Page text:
The Fiorentina midfielder had a productive first half; along with Gilberto, he rankled the Dutch midfielders and denied Robben and Sneijder any space for creativity. Not only that, he set up the first goal for the Selecao- a defense splitting through ball in the centre of the field, which Robinho promptly converted to open Brazil’s account. However, the second half witnessed a different side of the hard man. He was continually frustrated by the marauding Dutch midfield, and his attempt to clear a Sneijder cross failed when Julio Cesar collided with him, scoring an own goal in the process. At a juncture where sensible playing was the need of the hour, Melo’s senseless studs-up stamp on Robben’s thigh earned him a send-off, and effectively ended all hopes of a Brazilian fight back.
Save of the day – Maarten Stekelenburg (Netherlands)
In an entertaining tussle on Brazil’s left wing, Robinho managed to somehow stand his ground despite pressure from two Dutch players, slipping in a neat pass to Fabiano before losing balance, who in turn back-heeled the ball into Kaka’s path. The Brazil number 10’s deft right-footed curler seemed destined for the back of the net, but Stekelenburg pulled off a stunning right-handed save to his left, to ensure that Netherlands still had a 1-0 deficit.
Savior of the day – Luiz Suarez (Uruguay)
The AJAX winger was a shadow of his belligerent self, failing to contribute much to Uruguay’s offensive game. He showed lack of control on the ball, didn’t have a proper link-up with the midfielders, and his shots on target didn’t trouble the goalkeeper much. In the fag end of extra time, Suarez turned into a villain for his team, when he blocked a goal bound shot with his hand in the last minute of extra time, and was given his marching orders. However, as it turned out, Gyan failed to convert the penalty, and Uruguay ended up winners in the penalty shoot-out. Football can be very funny at times, and Suarez’s handball will be heralded as a divine intervention, perhaps as the second Hand of God!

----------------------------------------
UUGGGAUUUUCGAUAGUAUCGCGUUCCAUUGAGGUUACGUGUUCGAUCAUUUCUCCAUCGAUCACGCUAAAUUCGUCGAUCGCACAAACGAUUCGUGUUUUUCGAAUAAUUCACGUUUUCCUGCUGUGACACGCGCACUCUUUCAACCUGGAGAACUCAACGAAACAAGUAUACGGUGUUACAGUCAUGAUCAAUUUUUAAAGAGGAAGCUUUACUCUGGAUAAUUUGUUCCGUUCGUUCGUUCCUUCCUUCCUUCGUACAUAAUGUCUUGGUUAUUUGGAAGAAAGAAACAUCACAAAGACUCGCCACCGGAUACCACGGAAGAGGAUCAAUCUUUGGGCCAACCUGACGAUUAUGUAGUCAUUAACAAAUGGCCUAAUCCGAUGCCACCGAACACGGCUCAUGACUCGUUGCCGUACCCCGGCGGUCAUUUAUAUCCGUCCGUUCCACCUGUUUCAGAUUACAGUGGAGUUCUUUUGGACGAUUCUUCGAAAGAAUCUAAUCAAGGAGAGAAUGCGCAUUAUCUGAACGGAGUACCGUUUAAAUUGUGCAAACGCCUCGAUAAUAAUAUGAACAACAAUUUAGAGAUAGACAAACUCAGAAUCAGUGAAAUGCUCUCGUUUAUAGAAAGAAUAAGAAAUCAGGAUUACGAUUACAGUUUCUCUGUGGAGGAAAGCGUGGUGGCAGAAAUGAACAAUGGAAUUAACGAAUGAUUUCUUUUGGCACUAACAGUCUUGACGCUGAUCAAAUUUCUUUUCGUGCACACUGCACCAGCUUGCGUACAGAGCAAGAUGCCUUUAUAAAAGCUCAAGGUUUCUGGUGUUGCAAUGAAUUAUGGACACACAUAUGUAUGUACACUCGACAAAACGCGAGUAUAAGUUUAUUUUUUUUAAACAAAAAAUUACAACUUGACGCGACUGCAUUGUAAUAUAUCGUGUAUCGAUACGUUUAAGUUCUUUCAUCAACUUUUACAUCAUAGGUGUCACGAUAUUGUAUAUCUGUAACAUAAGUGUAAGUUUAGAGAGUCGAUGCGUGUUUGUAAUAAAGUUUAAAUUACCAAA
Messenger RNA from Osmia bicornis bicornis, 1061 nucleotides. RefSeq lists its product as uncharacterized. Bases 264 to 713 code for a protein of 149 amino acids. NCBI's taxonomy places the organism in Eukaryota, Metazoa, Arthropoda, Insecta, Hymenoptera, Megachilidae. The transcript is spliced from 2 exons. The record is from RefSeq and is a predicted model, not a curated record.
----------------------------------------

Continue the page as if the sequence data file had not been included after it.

Villain of the day – Asamoah Gyan (Ghana)
The Black Stars were the more likely of the two teams to win in extra time, and their persistent efforts paid dividends in the last minute of extra time, when Muslera was unable to clear a cross, and a clear Ghanaian goal was blocked by Suarez with his hands. A penalty was instantly awarded to the African side, and the entire continent waited with bated breath for Africa’s last hope to conclude the formalities. Gyan, who had scored a goal in extra time against USA, seemed set to replicate his feat in this match. However, his penalty only hit the crossbar and bounced away to safety, much to the delight of the Uruguay players and the distraught disbelief of the Africans. Gyan was close to tears over his miss, as though he had a foreboding sense of impending doom. Uruguay prevailed in the penalty shootout to book a date with Netherlands in the semifinals, extinguishing the dreams of an entire continent. The parting shot of the game was a tearful and inconsolable Gyan, who will be haunted by his costly mistake for some time.
Scary moment of the day – Jorge Fucile(Uruguay)
The left back attempted a high leap in order to clear a long ball, but was nudged by Ghana’s Samuel Inkoom from behind. The slight push caused him to lose his poise in mid-air, and the defender landed head first on the field. Fortunately, he did not suffer any concussions or other injury, and was back on his feet in a few minutes. Replaying this action in slow motion would have given the viewer the impression that the fall was nearly fatal, and Fucile was clearly lucky to have escaped unscathed.